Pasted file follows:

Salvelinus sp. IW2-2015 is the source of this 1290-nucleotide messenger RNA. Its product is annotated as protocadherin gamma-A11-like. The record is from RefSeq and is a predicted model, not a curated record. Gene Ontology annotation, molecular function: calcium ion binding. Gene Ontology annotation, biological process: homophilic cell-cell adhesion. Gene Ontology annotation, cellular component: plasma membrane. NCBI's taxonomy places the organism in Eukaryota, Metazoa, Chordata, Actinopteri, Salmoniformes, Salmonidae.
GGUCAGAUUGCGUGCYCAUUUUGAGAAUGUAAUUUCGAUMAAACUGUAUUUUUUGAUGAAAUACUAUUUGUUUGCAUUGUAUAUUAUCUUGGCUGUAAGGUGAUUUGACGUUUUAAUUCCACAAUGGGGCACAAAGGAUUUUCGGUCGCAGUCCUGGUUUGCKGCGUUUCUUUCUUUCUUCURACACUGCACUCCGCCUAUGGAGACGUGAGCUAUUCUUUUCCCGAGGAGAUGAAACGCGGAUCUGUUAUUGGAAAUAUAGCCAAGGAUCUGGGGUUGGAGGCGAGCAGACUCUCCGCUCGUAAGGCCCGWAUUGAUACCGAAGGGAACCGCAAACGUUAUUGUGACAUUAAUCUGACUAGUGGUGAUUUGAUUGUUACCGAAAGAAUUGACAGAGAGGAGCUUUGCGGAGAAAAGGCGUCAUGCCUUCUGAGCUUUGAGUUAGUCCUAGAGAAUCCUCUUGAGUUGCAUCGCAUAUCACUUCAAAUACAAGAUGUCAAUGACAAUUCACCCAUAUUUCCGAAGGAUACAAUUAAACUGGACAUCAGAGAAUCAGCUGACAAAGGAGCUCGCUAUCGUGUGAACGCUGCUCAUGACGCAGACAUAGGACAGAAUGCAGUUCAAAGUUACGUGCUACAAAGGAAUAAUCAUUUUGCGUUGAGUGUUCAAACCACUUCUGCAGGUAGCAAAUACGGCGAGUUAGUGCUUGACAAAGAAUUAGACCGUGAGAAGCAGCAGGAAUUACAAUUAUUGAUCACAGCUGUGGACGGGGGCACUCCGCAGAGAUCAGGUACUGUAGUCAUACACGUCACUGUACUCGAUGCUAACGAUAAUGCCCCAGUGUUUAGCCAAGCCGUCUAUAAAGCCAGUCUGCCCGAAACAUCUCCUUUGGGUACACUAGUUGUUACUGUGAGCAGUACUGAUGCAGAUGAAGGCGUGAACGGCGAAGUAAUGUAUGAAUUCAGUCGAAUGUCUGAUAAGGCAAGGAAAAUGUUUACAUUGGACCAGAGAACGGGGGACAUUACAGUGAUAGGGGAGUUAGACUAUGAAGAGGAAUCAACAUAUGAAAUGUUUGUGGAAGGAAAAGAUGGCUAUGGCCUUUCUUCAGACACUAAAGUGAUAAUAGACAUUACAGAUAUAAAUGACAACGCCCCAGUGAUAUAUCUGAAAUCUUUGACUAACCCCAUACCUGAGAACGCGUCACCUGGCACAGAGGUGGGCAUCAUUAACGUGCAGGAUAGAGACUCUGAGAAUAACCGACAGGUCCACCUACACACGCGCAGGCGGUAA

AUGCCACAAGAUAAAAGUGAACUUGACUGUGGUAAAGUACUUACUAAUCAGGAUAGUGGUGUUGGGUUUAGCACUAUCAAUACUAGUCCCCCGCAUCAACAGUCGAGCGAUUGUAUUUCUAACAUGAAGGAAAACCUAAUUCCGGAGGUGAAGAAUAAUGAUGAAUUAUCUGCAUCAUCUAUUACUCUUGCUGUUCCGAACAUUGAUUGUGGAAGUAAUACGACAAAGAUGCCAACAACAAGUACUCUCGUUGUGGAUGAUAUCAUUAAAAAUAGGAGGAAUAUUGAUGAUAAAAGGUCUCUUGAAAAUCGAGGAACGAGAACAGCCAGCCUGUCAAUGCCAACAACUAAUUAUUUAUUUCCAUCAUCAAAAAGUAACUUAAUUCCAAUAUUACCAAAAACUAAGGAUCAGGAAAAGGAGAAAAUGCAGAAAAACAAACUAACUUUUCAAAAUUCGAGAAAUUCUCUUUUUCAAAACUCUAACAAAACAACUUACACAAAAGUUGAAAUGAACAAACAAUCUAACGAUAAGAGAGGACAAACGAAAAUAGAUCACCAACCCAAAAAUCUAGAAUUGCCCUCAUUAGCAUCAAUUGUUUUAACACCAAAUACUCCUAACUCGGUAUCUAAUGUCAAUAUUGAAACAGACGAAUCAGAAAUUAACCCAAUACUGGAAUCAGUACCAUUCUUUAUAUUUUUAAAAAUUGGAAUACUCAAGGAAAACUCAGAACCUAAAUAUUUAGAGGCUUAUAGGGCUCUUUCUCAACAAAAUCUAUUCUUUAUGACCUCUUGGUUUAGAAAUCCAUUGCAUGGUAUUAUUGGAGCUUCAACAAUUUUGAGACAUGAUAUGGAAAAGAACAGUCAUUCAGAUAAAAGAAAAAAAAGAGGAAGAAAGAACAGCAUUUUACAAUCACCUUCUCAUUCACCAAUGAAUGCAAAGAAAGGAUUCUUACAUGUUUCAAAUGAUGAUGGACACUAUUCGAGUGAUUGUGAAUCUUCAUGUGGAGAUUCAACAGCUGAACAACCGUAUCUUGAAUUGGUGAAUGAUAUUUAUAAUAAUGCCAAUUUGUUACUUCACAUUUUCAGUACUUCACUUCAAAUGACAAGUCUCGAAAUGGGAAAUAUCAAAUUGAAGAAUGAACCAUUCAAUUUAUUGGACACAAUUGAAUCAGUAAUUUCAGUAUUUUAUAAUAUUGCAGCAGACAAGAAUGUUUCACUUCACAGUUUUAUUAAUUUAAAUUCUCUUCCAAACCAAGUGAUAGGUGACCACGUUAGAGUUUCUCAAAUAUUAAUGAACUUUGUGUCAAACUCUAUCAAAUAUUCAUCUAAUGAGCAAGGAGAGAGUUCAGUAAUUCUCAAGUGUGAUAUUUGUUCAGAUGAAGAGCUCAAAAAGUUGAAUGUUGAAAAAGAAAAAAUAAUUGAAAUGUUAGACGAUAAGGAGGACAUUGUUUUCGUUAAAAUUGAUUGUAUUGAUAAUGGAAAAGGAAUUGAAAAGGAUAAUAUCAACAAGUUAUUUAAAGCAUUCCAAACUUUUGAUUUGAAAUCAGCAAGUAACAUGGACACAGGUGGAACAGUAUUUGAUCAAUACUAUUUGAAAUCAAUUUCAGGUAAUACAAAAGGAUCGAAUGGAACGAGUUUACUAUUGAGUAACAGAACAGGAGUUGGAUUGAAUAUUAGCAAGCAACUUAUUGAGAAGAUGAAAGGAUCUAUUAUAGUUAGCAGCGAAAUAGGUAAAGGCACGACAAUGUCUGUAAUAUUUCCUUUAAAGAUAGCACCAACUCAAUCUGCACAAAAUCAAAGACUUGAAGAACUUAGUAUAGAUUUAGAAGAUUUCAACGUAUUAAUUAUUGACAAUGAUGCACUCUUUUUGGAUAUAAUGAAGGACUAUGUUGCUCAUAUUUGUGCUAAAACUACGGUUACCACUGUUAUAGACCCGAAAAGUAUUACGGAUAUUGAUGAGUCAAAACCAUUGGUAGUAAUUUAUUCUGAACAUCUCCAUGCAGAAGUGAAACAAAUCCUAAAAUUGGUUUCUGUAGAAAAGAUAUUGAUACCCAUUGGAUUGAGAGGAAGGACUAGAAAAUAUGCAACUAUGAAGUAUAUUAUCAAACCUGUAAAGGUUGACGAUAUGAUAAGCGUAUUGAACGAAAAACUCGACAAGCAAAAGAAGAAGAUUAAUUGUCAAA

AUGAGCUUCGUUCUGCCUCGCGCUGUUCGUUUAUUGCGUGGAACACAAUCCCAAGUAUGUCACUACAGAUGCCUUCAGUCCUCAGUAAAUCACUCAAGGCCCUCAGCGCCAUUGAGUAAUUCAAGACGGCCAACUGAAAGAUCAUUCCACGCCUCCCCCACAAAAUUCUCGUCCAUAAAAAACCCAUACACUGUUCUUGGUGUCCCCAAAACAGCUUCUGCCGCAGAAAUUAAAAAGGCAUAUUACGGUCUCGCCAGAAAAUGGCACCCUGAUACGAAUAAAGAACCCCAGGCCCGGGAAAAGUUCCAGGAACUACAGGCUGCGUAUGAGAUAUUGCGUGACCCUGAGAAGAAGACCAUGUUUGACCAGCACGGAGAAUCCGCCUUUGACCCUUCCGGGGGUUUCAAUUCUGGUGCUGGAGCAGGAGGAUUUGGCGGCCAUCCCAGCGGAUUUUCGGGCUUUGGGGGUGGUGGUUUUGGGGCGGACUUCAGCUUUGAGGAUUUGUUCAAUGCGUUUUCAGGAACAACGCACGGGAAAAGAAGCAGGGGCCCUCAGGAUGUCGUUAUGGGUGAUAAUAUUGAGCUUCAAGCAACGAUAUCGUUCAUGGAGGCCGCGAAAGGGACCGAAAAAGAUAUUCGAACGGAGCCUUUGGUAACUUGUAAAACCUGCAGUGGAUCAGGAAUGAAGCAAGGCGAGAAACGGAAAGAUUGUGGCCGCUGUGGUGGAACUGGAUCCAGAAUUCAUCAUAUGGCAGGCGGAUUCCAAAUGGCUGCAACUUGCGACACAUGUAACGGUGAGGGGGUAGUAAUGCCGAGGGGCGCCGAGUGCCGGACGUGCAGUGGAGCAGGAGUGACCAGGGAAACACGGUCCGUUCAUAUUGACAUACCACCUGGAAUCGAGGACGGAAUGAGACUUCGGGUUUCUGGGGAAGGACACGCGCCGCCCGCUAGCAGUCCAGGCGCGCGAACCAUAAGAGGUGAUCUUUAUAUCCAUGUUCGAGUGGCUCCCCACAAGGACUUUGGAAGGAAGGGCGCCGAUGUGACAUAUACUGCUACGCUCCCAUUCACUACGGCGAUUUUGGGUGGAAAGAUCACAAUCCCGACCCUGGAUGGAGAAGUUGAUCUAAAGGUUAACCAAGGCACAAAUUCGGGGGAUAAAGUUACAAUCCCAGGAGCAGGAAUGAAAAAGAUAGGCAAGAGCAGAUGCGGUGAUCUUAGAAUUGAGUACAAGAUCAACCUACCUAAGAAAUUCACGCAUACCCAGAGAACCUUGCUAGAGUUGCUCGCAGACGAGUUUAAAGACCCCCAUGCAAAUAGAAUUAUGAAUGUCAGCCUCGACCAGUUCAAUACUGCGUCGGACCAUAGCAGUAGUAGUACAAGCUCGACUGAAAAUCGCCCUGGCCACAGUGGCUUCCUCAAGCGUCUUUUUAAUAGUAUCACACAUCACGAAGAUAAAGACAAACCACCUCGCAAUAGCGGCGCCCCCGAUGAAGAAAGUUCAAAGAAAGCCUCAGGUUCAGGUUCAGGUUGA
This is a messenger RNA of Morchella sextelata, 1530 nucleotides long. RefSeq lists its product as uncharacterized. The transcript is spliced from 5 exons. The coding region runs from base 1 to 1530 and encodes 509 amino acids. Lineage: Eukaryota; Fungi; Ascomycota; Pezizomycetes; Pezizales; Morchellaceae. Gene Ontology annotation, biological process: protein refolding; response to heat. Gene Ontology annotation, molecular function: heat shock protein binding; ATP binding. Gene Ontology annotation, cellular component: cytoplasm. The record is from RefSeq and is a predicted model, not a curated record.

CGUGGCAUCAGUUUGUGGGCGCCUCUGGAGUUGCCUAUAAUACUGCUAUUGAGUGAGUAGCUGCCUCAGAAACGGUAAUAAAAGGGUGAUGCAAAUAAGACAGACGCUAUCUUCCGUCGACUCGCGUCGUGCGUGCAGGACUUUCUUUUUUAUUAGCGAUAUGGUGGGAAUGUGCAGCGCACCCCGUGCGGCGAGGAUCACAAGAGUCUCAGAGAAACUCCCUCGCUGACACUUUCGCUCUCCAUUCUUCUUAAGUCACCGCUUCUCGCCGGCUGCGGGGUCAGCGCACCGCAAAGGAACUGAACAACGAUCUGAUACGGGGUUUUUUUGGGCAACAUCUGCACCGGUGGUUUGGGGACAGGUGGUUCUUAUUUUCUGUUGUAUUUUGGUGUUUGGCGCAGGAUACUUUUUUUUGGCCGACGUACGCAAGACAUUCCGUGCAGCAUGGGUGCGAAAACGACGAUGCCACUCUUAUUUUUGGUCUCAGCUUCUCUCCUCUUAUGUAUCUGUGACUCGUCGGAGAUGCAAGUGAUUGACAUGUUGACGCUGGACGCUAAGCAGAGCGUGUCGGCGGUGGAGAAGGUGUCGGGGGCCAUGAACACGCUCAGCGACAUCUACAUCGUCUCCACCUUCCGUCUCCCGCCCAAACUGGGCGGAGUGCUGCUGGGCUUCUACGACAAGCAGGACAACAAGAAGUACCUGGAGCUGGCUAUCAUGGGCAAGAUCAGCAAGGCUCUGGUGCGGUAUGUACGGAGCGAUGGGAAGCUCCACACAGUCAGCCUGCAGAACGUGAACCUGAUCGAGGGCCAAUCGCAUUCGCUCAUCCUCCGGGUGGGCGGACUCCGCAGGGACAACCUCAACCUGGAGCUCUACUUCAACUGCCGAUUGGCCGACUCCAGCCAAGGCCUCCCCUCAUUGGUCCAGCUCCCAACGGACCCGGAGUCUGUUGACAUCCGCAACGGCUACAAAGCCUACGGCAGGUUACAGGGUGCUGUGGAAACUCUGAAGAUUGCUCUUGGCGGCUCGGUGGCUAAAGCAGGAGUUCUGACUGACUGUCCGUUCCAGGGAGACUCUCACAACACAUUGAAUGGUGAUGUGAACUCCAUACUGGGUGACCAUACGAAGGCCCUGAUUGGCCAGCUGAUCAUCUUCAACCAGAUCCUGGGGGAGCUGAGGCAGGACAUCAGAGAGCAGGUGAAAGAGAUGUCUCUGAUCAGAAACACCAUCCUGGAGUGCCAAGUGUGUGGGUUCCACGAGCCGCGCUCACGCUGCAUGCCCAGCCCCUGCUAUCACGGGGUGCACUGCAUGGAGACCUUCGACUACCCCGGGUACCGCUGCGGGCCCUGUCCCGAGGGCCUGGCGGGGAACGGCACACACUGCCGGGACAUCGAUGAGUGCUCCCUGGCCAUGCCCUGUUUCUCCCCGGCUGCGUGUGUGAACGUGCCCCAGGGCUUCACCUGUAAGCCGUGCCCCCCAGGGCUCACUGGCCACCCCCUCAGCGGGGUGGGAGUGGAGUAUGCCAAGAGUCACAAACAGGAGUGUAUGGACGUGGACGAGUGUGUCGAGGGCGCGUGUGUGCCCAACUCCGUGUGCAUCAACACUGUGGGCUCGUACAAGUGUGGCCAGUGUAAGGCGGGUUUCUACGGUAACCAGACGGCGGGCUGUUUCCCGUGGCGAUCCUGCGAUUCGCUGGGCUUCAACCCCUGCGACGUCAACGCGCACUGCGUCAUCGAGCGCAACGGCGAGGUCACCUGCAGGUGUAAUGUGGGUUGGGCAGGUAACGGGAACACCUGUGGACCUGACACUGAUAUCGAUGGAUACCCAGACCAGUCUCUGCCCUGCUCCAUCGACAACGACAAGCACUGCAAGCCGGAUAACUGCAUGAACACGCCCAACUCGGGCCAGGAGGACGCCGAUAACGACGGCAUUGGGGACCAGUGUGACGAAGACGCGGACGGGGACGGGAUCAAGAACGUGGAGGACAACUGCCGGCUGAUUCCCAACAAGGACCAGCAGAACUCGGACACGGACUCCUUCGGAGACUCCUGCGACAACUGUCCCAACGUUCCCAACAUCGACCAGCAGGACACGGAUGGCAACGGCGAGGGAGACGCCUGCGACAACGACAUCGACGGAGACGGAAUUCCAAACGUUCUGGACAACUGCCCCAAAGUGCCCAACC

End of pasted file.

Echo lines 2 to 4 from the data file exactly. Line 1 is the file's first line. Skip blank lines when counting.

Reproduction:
GGUCAGAUUGCGUGCYCAUUUUGAGAAUGUAAUUUCGAUMAAACUGUAUUUUUUGAUGAAAUACUAUUUGUUUGCAUUGUAUAUUAUCUUGGCUGUAAGGUGAUUUGACGUUUUAAUUCCACAAUGGGGCACAAAGGAUUUUCGGUCGCAGUCCUGGUUUGCKGCGUUUCUUUCUUUCUUCURACACUGCACUCCGCCUAUGGAGACGUGAGCUAUUCUUUUCCCGAGGAGAUGAAACGCGGAUCUGUUAUUGGAAAUAUAGCCAAGGAUCUGGGGUUGGAGGCGAGCAGACUCUCCGCUCGUAAGGCCCGWAUUGAUACCGAAGGGAACCGCAAACGUUAUUGUGACAUUAAUCUGACUAGUGGUGAUUUGAUUGUUACCGAAAGAAUUGACAGAGAGGAGCUUUGCGGAGAAAAGGCGUCAUGCCUUCUGAGCUUUGAGUUAGUCCUAGAGAAUCCUCUUGAGUUGCAUCGCAUAUCACUUCAAAUACAAGAUGUCAAUGACAAUUCACCCAUAUUUCCGAAGGAUACAAUUAAACUGGACAUCAGAGAAUCAGCUGACAAAGGAGCUCGCUAUCGUGUGAACGCUGCUCAUGACGCAGACAUAGGACAGAAUGCAGUUCAAAGUUACGUGCUACAAAGGAAUAAUCAUUUUGCGUUGAGUGUUCAAACCACUUCUGCAGGUAGCAAAUACGGCGAGUUAGUGCUUGACAAAGAAUUAGACCGUGAGAAGCAGCAGGAAUUACAAUUAUUGAUCACAGCUGUGGACGGGGGCACUCCGCAGAGAUCAGGUACUGUAGUCAUACACGUCACUGUACUCGAUGCUAACGAUAAUGCCCCAGUGUUUAGCCAAGCCGUCUAUAAAGCCAGUCUGCCCGAAACAUCUCCUUUGGGUACACUAGUUGUUACUGUGAGCAGUACUGAUGCAGAUGAAGGCGUGAACGGCGAAGUAAUGUAUGAAUUCAGUCGAAUGUCUGAUAAGGCAAGGAAAAUGUUUACAUUGGACCAGAGAACGGGGGACAUUACAGUGAUAGGGGAGUUAGACUAUGAAGAGGAAUCAACAUAUGAAAUGUUUGUGGAAGGAAAAGAUGGCUAUGGCCUUUCUUCAGACACUAAAGUGAUAAUAGACAUUACAGAUAUAAAUGACAACGCCCCAGUGAUAUAUCUGAAAUCUUUGACUAACCCCAUACCUGAGAACGCGUCACCUGGCACAGAGGUGGGCAUCAUUAACGUGCAGGAUAGAGACUCUGAGAAUAACCGACAGGUCCACCUACACACGCGCAGGCGGUAA

AUGCCACAAGAUAAAAGUGAACUUGACUGUGGUAAAGUACUUACUAAUCAGGAUAGUGGUGUUGGGUUUAGCACUAUCAAUACUAGUCCCCCGCAUCAACAGUCGAGCGAUUGUAUUUCUAACAUGAAGGAAAACCUAAUUCCGGAGGUGAAGAAUAAUGAUGAAUUAUCUGCAUCAUCUAUUACUCUUGCUGUUCCGAACAUUGAUUGUGGAAGUAAUACGACAAAGAUGCCAACAACAAGUACUCUCGUUGUGGAUGAUAUCAUUAAAAAUAGGAGGAAUAUUGAUGAUAAAAGGUCUCUUGAAAAUCGAGGAACGAGAACAGCCAGCCUGUCAAUGCCAACAACUAAUUAUUUAUUUCCAUCAUCAAAAAGUAACUUAAUUCCAAUAUUACCAAAAACUAAGGAUCAGGAAAAGGAGAAAAUGCAGAAAAACAAACUAACUUUUCAAAAUUCGAGAAAUUCUCUUUUUCAAAACUCUAACAAAACAACUUACACAAAAGUUGAAAUGAACAAACAAUCUAACGAUAAGAGAGGACAAACGAAAAUAGAUCACCAACCCAAAAAUCUAGAAUUGCCCUCAUUAGCAUCAAUUGUUUUAACACCAAAUACUCCUAACUCGGUAUCUAAUGUCAAUAUUGAAACAGACGAAUCAGAAAUUAACCCAAUACUGGAAUCAGUACCAUUCUUUAUAUUUUUAAAAAUUGGAAUACUCAAGGAAAACUCAGAACCUAAAUAUUUAGAGGCUUAUAGGGCUCUUUCUCAACAAAAUCUAUUCUUUAUGACCUCUUGGUUUAGAAAUCCAUUGCAUGGUAUUAUUGGAGCUUCAACAAUUUUGAGACAUGAUAUGGAAAAGAACAGUCAUUCAGAUAAAAGAAAAAAAAGAGGAAGAAAGAACAGCAUUUUACAAUCACCUUCUCAUUCACCAAUGAAUGCAAAGAAAGGAUUCUUACAUGUUUCAAAUGAUGAUGGACACUAUUCGAGUGAUUGUGAAUCUUCAUGUGGAGAUUCAACAGCUGAACAACCGUAUCUUGAAUUGGUGAAUGAUAUUUAUAAUAAUGCCAAUUUGUUACUUCACAUUUUCAGUACUUCACUUCAAAUGACAAGUCUCGAAAUGGGAAAUAUCAAAUUGAAGAAUGAACCAUUCAAUUUAUUGGACACAAUUGAAUCAGUAAUUUCAGUAUUUUAUAAUAUUGCAGCAGACAAGAAUGUUUCACUUCACAGUUUUAUUAAUUUAAAUUCUCUUCCAAACCAAGUGAUAGGUGACCACGUUAGAGUUUCUCAAAUAUUAAUGAACUUUGUGUCAAACUCUAUCAAAUAUUCAUCUAAUGAGCAAGGAGAGAGUUCAGUAAUUCUCAAGUGUGAUAUUUGUUCAGAUGAAGAGCUCAAAAAGUUGAAUGUUGAAAAAGAAAAAAUAAUUGAAAUGUUAGACGAUAAGGAGGACAUUGUUUUCGUUAAAAUUGAUUGUAUUGAUAAUGGAAAAGGAAUUGAAAAGGAUAAUAUCAACAAGUUAUUUAAAGCAUUCCAAACUUUUGAUUUGAAAUCAGCAAGUAACAUGGACACAGGUGGAACAGUAUUUGAUCAAUACUAUUUGAAAUCAAUUUCAGGUAAUACAAAAGGAUCGAAUGGAACGAGUUUACUAUUGAGUAACAGAACAGGAGUUGGAUUGAAUAUUAGCAAGCAACUUAUUGAGAAGAUGAAAGGAUCUAUUAUAGUUAGCAGCGAAAUAGGUAAAGGCACGACAAUGUCUGUAAUAUUUCCUUUAAAGAUAGCACCAACUCAAUCUGCACAAAAUCAAAGACUUGAAGAACUUAGUAUAGAUUUAGAAGAUUUCAACGUAUUAAUUAUUGACAAUGAUGCACUCUUUUUGGAUAUAAUGAAGGACUAUGUUGCUCAUAUUUGUGCUAAAACUACGGUUACCACUGUUAUAGACCCGAAAAGUAUUACGGAUAUUGAUGAGUCAAAACCAUUGGUAGUAAUUUAUUCUGAACAUCUCCAUGCAGAAGUGAAACAAAUCCUAAAAUUGGUUUCUGUAGAAAAGAUAUUGAUACCCAUUGGAUUGAGAGGAAGGACUAGAAAAUAUGCAACUAUGAAGUAUAUUAUCAAACCUGUAAAGGUUGACGAUAUGAUAAGCGUAUUGAACGAAAAACUCGACAAGCAAAAGAAGAAGAUUAAUUGUCAAA

AUGAGCUUCGUUCUGCCUCGCGCUGUUCGUUUAUUGCGUGGAACACAAUCCCAAGUAUGUCACUACAGAUGCCUUCAGUCCUCAGUAAAUCACUCAAGGCCCUCAGCGCCAUUGAGUAAUUCAAGACGGCCAACUGAAAGAUCAUUCCACGCCUCCCCCACAAAAUUCUCGUCCAUAAAAAACCCAUACACUGUUCUUGGUGUCCCCAAAACAGCUUCUGCCGCAGAAAUUAAAAAGGCAUAUUACGGUCUCGCCAGAAAAUGGCACCCUGAUACGAAUAAAGAACCCCAGGCCCGGGAAAAGUUCCAGGAACUACAGGCUGCGUAUGAGAUAUUGCGUGACCCUGAGAAGAAGACCAUGUUUGACCAGCACGGAGAAUCCGCCUUUGACCCUUCCGGGGGUUUCAAUUCUGGUGCUGGAGCAGGAGGAUUUGGCGGCCAUCCCAGCGGAUUUUCGGGCUUUGGGGGUGGUGGUUUUGGGGCGGACUUCAGCUUUGAGGAUUUGUUCAAUGCGUUUUCAGGAACAACGCACGGGAAAAGAAGCAGGGGCCCUCAGGAUGUCGUUAUGGGUGAUAAUAUUGAGCUUCAAGCAACGAUAUCGUUCAUGGAGGCCGCGAAAGGGACCGAAAAAGAUAUUCGAACGGAGCCUUUGGUAACUUGUAAAACCUGCAGUGGAUCAGGAAUGAAGCAAGGCGAGAAACGGAAAGAUUGUGGCCGCUGUGGUGGAACUGGAUCCAGAAUUCAUCAUAUGGCAGGCGGAUUCCAAAUGGCUGCAACUUGCGACACAUGUAACGGUGAGGGGGUAGUAAUGCCGAGGGGCGCCGAGUGCCGGACGUGCAGUGGAGCAGGAGUGACCAGGGAAACACGGUCCGUUCAUAUUGACAUACCACCUGGAAUCGAGGACGGAAUGAGACUUCGGGUUUCUGGGGAAGGACACGCGCCGCCCGCUAGCAGUCCAGGCGCGCGAACCAUAAGAGGUGAUCUUUAUAUCCAUGUUCGAGUGGCUCCCCACAAGGACUUUGGAAGGAAGGGCGCCGAUGUGACAUAUACUGCUACGCUCCCAUUCACUACGGCGAUUUUGGGUGGAAAGAUCACAAUCCCGACCCUGGAUGGAGAAGUUGAUCUAAAGGUUAACCAAGGCACAAAUUCGGGGGAUAAAGUUACAAUCCCAGGAGCAGGAAUGAAAAAGAUAGGCAAGAGCAGAUGCGGUGAUCUUAGAAUUGAGUACAAGAUCAACCUACCUAAGAAAUUCACGCAUACCCAGAGAACCUUGCUAGAGUUGCUCGCAGACGAGUUUAAAGACCCCCAUGCAAAUAGAAUUAUGAAUGUCAGCCUCGACCAGUUCAAUACUGCGUCGGACCAUAGCAGUAGUAGUACAAGCUCGACUGAAAAUCGCCCUGGCCACAGUGGCUUCCUCAAGCGUCUUUUUAAUAGUAUCACACAUCACGAAGAUAAAGACAAACCACCUCGCAAUAGCGGCGCCCCCGAUGAAGAAAGUUCAAAGAAAGCCUCAGGUUCAGGUUCAGGUUGA